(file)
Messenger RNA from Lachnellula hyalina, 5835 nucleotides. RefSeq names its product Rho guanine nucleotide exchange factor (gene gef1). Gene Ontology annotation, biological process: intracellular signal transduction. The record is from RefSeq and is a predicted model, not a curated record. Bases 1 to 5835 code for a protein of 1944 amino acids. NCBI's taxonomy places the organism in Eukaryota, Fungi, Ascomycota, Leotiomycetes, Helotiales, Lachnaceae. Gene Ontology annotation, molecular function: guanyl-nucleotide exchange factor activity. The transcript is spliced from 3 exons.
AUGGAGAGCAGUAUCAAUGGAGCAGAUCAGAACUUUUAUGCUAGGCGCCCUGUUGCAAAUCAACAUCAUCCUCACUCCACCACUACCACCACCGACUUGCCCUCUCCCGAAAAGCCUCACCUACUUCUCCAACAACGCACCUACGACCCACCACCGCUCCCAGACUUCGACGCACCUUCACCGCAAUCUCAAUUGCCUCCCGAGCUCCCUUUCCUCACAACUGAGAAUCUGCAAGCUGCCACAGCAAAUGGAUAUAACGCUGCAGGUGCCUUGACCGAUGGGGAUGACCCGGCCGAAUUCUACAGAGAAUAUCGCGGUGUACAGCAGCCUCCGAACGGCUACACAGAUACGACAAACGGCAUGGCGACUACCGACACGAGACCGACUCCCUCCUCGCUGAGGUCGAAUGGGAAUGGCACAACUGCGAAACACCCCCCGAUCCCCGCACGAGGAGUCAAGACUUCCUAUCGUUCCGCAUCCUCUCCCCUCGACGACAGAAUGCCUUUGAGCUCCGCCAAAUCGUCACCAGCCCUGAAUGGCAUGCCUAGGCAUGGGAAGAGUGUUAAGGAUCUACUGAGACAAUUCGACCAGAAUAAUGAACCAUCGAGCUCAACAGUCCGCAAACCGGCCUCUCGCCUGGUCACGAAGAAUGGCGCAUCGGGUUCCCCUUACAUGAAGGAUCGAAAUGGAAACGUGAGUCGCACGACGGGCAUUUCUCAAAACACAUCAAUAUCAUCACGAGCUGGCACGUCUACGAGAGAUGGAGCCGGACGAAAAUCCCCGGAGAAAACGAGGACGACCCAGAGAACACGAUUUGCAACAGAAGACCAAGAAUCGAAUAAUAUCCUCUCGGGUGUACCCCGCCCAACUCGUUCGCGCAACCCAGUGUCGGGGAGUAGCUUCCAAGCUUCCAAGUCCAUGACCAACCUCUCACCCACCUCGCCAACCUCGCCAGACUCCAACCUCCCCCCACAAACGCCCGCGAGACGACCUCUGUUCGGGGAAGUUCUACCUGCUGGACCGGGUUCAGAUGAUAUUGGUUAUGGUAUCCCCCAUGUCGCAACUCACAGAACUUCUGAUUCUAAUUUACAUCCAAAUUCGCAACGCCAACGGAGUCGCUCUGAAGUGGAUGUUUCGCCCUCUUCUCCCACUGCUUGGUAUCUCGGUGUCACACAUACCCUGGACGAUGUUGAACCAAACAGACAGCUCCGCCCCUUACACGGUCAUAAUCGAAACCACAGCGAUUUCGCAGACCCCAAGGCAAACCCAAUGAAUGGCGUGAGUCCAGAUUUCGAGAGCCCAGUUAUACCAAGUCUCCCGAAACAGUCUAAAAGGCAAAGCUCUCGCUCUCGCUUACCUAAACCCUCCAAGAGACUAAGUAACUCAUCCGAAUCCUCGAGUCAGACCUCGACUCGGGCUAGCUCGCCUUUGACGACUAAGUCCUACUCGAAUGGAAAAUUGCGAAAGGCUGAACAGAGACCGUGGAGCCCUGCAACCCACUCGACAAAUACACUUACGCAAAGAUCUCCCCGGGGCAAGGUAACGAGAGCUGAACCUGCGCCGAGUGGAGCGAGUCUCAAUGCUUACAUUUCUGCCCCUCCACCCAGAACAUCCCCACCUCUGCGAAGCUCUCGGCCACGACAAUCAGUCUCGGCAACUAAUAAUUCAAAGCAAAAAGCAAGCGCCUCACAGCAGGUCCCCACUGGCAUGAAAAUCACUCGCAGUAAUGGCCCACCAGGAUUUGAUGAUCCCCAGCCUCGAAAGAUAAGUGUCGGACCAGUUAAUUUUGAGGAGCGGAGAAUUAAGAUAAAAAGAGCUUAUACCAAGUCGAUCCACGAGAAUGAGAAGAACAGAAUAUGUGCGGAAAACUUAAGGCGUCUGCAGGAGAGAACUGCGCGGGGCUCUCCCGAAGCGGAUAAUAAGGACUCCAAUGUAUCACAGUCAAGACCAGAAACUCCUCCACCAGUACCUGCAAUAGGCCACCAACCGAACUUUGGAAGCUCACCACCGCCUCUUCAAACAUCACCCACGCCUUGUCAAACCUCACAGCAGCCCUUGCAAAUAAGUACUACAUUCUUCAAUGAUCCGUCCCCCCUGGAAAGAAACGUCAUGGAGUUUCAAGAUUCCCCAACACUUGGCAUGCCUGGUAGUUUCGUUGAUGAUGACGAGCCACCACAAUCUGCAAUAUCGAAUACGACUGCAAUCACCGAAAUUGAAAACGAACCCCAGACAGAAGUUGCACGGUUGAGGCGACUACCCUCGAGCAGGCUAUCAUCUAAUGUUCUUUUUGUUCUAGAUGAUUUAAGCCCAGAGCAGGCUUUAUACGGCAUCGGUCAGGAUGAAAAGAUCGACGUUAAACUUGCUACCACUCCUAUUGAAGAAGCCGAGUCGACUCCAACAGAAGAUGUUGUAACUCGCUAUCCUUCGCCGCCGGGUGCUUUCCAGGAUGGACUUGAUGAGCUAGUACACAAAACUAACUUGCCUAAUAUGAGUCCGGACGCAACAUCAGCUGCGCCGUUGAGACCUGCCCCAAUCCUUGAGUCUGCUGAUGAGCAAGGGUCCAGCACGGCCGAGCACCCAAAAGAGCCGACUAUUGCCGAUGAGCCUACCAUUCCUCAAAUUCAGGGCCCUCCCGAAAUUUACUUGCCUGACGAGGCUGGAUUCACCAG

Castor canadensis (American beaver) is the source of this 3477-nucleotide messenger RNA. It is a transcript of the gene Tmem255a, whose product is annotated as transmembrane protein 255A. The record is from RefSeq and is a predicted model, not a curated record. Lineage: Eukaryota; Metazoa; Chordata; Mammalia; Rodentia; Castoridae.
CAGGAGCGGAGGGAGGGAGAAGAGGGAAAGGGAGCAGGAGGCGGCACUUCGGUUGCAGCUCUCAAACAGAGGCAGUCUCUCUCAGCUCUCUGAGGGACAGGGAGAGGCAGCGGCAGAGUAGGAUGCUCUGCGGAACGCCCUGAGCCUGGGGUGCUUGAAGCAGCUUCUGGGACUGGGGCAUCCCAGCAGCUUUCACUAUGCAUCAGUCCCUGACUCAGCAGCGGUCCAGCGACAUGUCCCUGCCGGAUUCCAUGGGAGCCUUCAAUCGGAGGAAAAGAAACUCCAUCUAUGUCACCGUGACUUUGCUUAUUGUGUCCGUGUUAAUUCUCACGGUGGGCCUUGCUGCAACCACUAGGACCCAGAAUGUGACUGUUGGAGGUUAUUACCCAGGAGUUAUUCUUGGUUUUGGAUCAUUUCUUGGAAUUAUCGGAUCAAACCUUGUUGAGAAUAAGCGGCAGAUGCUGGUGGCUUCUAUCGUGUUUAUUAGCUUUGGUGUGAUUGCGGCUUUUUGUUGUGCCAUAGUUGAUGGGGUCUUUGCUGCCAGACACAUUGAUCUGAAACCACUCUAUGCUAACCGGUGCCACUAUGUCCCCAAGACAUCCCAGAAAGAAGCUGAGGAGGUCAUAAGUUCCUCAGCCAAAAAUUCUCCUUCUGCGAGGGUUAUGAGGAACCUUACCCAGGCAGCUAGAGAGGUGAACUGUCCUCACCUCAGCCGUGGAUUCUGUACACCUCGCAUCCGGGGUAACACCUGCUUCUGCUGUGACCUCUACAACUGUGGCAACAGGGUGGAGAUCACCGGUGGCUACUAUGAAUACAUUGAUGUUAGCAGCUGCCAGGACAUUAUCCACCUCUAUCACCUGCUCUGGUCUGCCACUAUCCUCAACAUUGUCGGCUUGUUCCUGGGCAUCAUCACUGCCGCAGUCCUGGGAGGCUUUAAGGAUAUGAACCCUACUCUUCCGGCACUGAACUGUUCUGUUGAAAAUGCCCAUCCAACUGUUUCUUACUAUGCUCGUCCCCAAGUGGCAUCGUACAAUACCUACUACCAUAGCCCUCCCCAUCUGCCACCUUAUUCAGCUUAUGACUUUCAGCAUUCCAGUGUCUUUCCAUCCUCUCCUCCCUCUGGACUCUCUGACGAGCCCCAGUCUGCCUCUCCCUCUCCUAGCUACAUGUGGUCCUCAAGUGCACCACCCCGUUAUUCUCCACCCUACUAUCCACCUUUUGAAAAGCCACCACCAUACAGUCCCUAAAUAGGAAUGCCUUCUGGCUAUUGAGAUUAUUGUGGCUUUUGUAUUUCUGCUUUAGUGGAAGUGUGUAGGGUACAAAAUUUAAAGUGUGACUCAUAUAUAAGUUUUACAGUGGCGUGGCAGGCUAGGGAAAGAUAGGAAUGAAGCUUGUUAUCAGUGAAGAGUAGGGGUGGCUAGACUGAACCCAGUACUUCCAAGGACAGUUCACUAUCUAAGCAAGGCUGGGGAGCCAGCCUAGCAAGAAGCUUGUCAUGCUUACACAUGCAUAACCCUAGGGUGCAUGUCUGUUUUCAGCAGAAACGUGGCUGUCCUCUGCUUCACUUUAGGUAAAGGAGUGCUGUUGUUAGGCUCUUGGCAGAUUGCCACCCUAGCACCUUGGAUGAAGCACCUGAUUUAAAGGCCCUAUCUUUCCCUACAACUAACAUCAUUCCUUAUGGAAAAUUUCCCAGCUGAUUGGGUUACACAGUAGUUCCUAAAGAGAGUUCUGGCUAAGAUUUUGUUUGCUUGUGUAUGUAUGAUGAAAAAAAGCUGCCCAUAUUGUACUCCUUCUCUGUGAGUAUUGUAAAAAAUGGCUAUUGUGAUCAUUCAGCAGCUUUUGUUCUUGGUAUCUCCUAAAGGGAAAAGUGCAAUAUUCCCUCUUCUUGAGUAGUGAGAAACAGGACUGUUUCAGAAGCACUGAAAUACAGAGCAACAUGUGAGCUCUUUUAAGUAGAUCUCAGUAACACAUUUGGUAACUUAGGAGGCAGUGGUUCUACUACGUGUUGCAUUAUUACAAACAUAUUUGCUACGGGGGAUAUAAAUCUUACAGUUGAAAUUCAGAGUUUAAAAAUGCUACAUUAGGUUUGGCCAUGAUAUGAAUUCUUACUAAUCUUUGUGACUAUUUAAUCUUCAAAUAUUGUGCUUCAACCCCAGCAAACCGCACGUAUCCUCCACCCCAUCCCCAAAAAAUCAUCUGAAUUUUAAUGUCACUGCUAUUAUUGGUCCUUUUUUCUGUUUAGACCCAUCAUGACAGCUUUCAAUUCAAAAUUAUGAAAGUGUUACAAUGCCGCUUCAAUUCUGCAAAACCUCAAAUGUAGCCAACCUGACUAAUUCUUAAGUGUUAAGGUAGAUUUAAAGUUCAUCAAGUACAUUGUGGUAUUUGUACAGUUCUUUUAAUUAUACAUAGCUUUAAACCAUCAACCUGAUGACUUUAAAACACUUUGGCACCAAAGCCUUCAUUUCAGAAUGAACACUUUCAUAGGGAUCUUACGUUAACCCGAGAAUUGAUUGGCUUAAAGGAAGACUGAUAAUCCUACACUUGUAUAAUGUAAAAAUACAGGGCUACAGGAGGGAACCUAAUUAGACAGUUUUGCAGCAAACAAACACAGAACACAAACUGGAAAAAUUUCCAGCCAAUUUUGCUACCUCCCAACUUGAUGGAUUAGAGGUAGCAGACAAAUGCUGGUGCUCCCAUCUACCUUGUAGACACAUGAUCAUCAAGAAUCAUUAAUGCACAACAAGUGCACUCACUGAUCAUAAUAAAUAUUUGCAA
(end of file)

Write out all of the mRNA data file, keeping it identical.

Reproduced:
Messenger RNA from Lachnellula hyalina, 5835 nucleotides. RefSeq names its product Rho guanine nucleotide exchange factor (gene gef1). Gene Ontology annotation, biological process: intracellular signal transduction. The record is from RefSeq and is a predicted model, not a curated record. Bases 1 to 5835 code for a protein of 1944 amino acids. NCBI's taxonomy places the organism in Eukaryota, Fungi, Ascomycota, Leotiomycetes, Helotiales, Lachnaceae. Gene Ontology annotation, molecular function: guanyl-nucleotide exchange factor activity. The transcript is spliced from 3 exons.
AUGGAGAGCAGUAUCAAUGGAGCAGAUCAGAACUUUUAUGCUAGGCGCCCUGUUGCAAAUCAACAUCAUCCUCACUCCACCACUACCACCACCGACUUGCCCUCUCCCGAAAAGCCUCACCUACUUCUCCAACAACGCACCUACGACCCACCACCGCUCCCAGACUUCGACGCACCUUCACCGCAAUCUCAAUUGCCUCCCGAGCUCCCUUUCCUCACAACUGAGAAUCUGCAAGCUGCCACAGCAAAUGGAUAUAACGCUGCAGGUGCCUUGACCGAUGGGGAUGACCCGGCCGAAUUCUACAGAGAAUAUCGCGGUGUACAGCAGCCUCCGAACGGCUACACAGAUACGACAAACGGCAUGGCGACUACCGACACGAGACCGACUCCCUCCUCGCUGAGGUCGAAUGGGAAUGGCACAACUGCGAAACACCCCCCGAUCCCCGCACGAGGAGUCAAGACUUCCUAUCGUUCCGCAUCCUCUCCCCUCGACGACAGAAUGCCUUUGAGCUCCGCCAAAUCGUCACCAGCCCUGAAUGGCAUGCCUAGGCAUGGGAAGAGUGUUAAGGAUCUACUGAGACAAUUCGACCAGAAUAAUGAACCAUCGAGCUCAACAGUCCGCAAACCGGCCUCUCGCCUGGUCACGAAGAAUGGCGCAUCGGGUUCCCCUUACAUGAAGGAUCGAAAUGGAAACGUGAGUCGCACGACGGGCAUUUCUCAAAACACAUCAAUAUCAUCACGAGCUGGCACGUCUACGAGAGAUGGAGCCGGACGAAAAUCCCCGGAGAAAACGAGGACGACCCAGAGAACACGAUUUGCAACAGAAGACCAAGAAUCGAAUAAUAUCCUCUCGGGUGUACCCCGCCCAACUCGUUCGCGCAACCCAGUGUCGGGGAGUAGCUUCCAAGCUUCCAAGUCCAUGACCAACCUCUCACCCACCUCGCCAACCUCGCCAGACUCCAACCUCCCCCCACAAACGCCCGCGAGACGACCUCUGUUCGGGGAAGUUCUACCUGCUGGACCGGGUUCAGAUGAUAUUGGUUAUGGUAUCCCCCAUGUCGCAACUCACAGAACUUCUGAUUCUAAUUUACAUCCAAAUUCGCAACGCCAACGGAGUCGCUCUGAAGUGGAUGUUUCGCCCUCUUCUCCCACUGCUUGGUAUCUCGGUGUCACACAUACCCUGGACGAUGUUGAACCAAACAGACAGCUCCGCCCCUUACACGGUCAUAAUCGAAACCACAGCGAUUUCGCAGACCCCAAGGCAAACCCAAUGAAUGGCGUGAGUCCAGAUUUCGAGAGCCCAGUUAUACCAAGUCUCCCGAAACAGUCUAAAAGGCAAAGCUCUCGCUCUCGCUUACCUAAACCCUCCAAGAGACUAAGUAACUCAUCCGAAUCCUCGAGUCAGACCUCGACUCGGGCUAGCUCGCCUUUGACGACUAAGUCCUACUCGAAUGGAAAAUUGCGAAAGGCUGAACAGAGACCGUGGAGCCCUGCAACCCACUCGACAAAUACACUUACGCAAAGAUCUCCCCGGGGCAAGGUAACGAGAGCUGAACCUGCGCCGAGUGGAGCGAGUCUCAAUGCUUACAUUUCUGCCCCUCCACCCAGAACAUCCCCACCUCUGCGAAGCUCUCGGCCACGACAAUCAGUCUCGGCAACUAAUAAUUCAAAGCAAAAAGCAAGCGCCUCACAGCAGGUCCCCACUGGCAUGAAAAUCACUCGCAGUAAUGGCCCACCAGGAUUUGAUGAUCCCCAGCCUCGAAAGAUAAGUGUCGGACCAGUUAAUUUUGAGGAGCGGAGAAUUAAGAUAAAAAGAGCUUAUACCAAGUCGAUCCACGAGAAUGAGAAGAACAGAAUAUGUGCGGAAAACUUAAGGCGUCUGCAGGAGAGAACUGCGCGGGGCUCUCCCGAAGCGGAUAAUAAGGACUCCAAUGUAUCACAGUCAAGACCAGAAACUCCUCCACCAGUACCUGCAAUAGGCCACCAACCGAACUUUGGAAGCUCACCACCGCCUCUUCAAACAUCACCCACGCCUUGUCAAACCUCACAGCAGCCCUUGCAAAUAAGUACUACAUUCUUCAAUGAUCCGUCCCCCCUGGAAAGAAACGUCAUGGAGUUUCAAGAUUCCCCAACACUUGGCAUGCCUGGUAGUUUCGUUGAUGAUGACGAGCCACCACAAUCUGCAAUAUCGAAUACGACUGCAAUCACCGAAAUUGAAAACGAACCCCAGACAGAAGUUGCACGGUUGAGGCGACUACCCUCGAGCAGGCUAUCAUCUAAUGUUCUUUUUGUUCUAGAUGAUUUAAGCCCAGAGCAGGCUUUAUACGGCAUCGGUCAGGAUGAAAAGAUCGACGUUAAACUUGCUACCACUCCUAUUGAAGAAGCCGAGUCGACUCCAACAGAAGAUGUUGUAACUCGCUAUCCUUCGCCGCCGGGUGCUUUCCAGGAUGGACUUGAUGAGCUAGUACACAAAACUAACUUGCCUAAUAUGAGUCCGGACGCAACAUCAGCUGCGCCGUUGAGACCUGCCCCAAUCCUUGAGUCUGCUGAUGAGCAAGGGUCCAGCACGGCCGAGCACCCAAAAGAGCCGACUAUUGCCGAUGAGCCUACCAUUCCUCAAAUUCAGGGCCCUCCCGAAAUUUACUUGCCUGACGAGGCUGGAUUCACCAG

Castor canadensis (American beaver) is the source of this 3477-nucleotide messenger RNA. It is a transcript of the gene Tmem255a, whose product is annotated as transmembrane protein 255A. The record is from RefSeq and is a predicted model, not a curated record. Lineage: Eukaryota; Metazoa; Chordata; Mammalia; Rodentia; Castoridae.
CAGGAGCGGAGGGAGGGAGAAGAGGGAAAGGGAGCAGGAGGCGGCACUUCGGUUGCAGCUCUCAAACAGAGGCAGUCUCUCUCAGCUCUCUGAGGGACAGGGAGAGGCAGCGGCAGAGUAGGAUGCUCUGCGGAACGCCCUGAGCCUGGGGUGCUUGAAGCAGCUUCUGGGACUGGGGCAUCCCAGCAGCUUUCACUAUGCAUCAGUCCCUGACUCAGCAGCGGUCCAGCGACAUGUCCCUGCCGGAUUCCAUGGGAGCCUUCAAUCGGAGGAAAAGAAACUCCAUCUAUGUCACCGUGACUUUGCUUAUUGUGUCCGUGUUAAUUCUCACGGUGGGCCUUGCUGCAACCACUAGGACCCAGAAUGUGACUGUUGGAGGUUAUUACCCAGGAGUUAUUCUUGGUUUUGGAUCAUUUCUUGGAAUUAUCGGAUCAAACCUUGUUGAGAAUAAGCGGCAGAUGCUGGUGGCUUCUAUCGUGUUUAUUAGCUUUGGUGUGAUUGCGGCUUUUUGUUGUGCCAUAGUUGAUGGGGUCUUUGCUGCCAGACACAUUGAUCUGAAACCACUCUAUGCUAACCGGUGCCACUAUGUCCCCAAGACAUCCCAGAAAGAAGCUGAGGAGGUCAUAAGUUCCUCAGCCAAAAAUUCUCCUUCUGCGAGGGUUAUGAGGAACCUUACCCAGGCAGCUAGAGAGGUGAACUGUCCUCACCUCAGCCGUGGAUUCUGUACACCUCGCAUCCGGGGUAACACCUGCUUCUGCUGUGACCUCUACAACUGUGGCAACAGGGUGGAGAUCACCGGUGGCUACUAUGAAUACAUUGAUGUUAGCAGCUGCCAGGACAUUAUCCACCUCUAUCACCUGCUCUGGUCUGCCACUAUCCUCAACAUUGUCGGCUUGUUCCUGGGCAUCAUCACUGCCGCAGUCCUGGGAGGCUUUAAGGAUAUGAACCCUACUCUUCCGGCACUGAACUGUUCUGUUGAAAAUGCCCAUCCAACUGUUUCUUACUAUGCUCGUCCCCAAGUGGCAUCGUACAAUACCUACUACCAUAGCCCUCCCCAUCUGCCACCUUAUUCAGCUUAUGACUUUCAGCAUUCCAGUGUCUUUCCAUCCUCUCCUCCCUCUGGACUCUCUGACGAGCCCCAGUCUGCCUCUCCCUCUCCUAGCUACAUGUGGUCCUCAAGUGCACCACCCCGUUAUUCUCCACCCUACUAUCCACCUUUUGAAAAGCCACCACCAUACAGUCCCUAAAUAGGAAUGCCUUCUGGCUAUUGAGAUUAUUGUGGCUUUUGUAUUUCUGCUUUAGUGGAAGUGUGUAGGGUACAAAAUUUAAAGUGUGACUCAUAUAUAAGUUUUACAGUGGCGUGGCAGGCUAGGGAAAGAUAGGAAUGAAGCUUGUUAUCAGUGAAGAGUAGGGGUGGCUAGACUGAACCCAGUACUUCCAAGGACAGUUCACUAUCUAAGCAAGGCUGGGGAGCCAGCCUAGCAAGAAGCUUGUCAUGCUUACACAUGCAUAACCCUAGGGUGCAUGUCUGUUUUCAGCAGAAACGUGGCUGUCCUCUGCUUCACUUUAGGUAAAGGAGUGCUGUUGUUAGGCUCUUGGCAGAUUGCCACCCUAGCACCUUGGAUGAAGCACCUGAUUUAAAGGCCCUAUCUUUCCCUACAACUAACAUCAUUCCUUAUGGAAAAUUUCCCAGCUGAUUGGGUUACACAGUAGUUCCUAAAGAGAGUUCUGGCUAAGAUUUUGUUUGCUUGUGUAUGUAUGAUGAAAAAAAGCUGCCCAUAUUGUACUCCUUCUCUGUGAGUAUUGUAAAAAAUGGCUAUUGUGAUCAUUCAGCAGCUUUUGUUCUUGGUAUCUCCUAAAGGGAAAAGUGCAAUAUUCCCUCUUCUUGAGUAGUGAGAAACAGGACUGUUUCAGAAGCACUGAAAUACAGAGCAACAUGUGAGCUCUUUUAAGUAGAUCUCAGUAACACAUUUGGUAACUUAGGAGGCAGUGGUUCUACUACGUGUUGCAUUAUUACAAACAUAUUUGCUACGGGGGAUAUAAAUCUUACAGUUGAAAUUCAGAGUUUAAAAAUGCUACAUUAGGUUUGGCCAUGAUAUGAAUUCUUACUAAUCUUUGUGACUAUUUAAUCUUCAAAUAUUGUGCUUCAACCCCAGCAAACCGCACGUAUCCUCCACCCCAUCCCCAAAAAAUCAUCUGAAUUUUAAUGUCACUGCUAUUAUUGGUCCUUUUUUCUGUUUAGACCCAUCAUGACAGCUUUCAAUUCAAAAUUAUGAAAGUGUUACAAUGCCGCUUCAAUUCUGCAAAACCUCAAAUGUAGCCAACCUGACUAAUUCUUAAGUGUUAAGGUAGAUUUAAAGUUCAUCAAGUACAUUGUGGUAUUUGUACAGUUCUUUUAAUUAUACAUAGCUUUAAACCAUCAACCUGAUGACUUUAAAACACUUUGGCACCAAAGCCUUCAUUUCAGAAUGAACACUUUCAUAGGGAUCUUACGUUAACCCGAGAAUUGAUUGGCUUAAAGGAAGACUGAUAAUCCUACACUUGUAUAAUGUAAAAAUACAGGGCUACAGGAGGGAACCUAAUUAGACAGUUUUGCAGCAAACAAACACAGAACACAAACUGGAAAAAUUUCCAGCCAAUUUUGCUACCUCCCAACUUGAUGGAUUAGAGGUAGCAGACAAAUGCUGGUGCUCCCAUCUACCUUGUAGACACAUGAUCAUCAAGAAUCAUUAAUGCACAACAAGUGCACUCACUGAUCAUAAUAAAUAUUUGCAA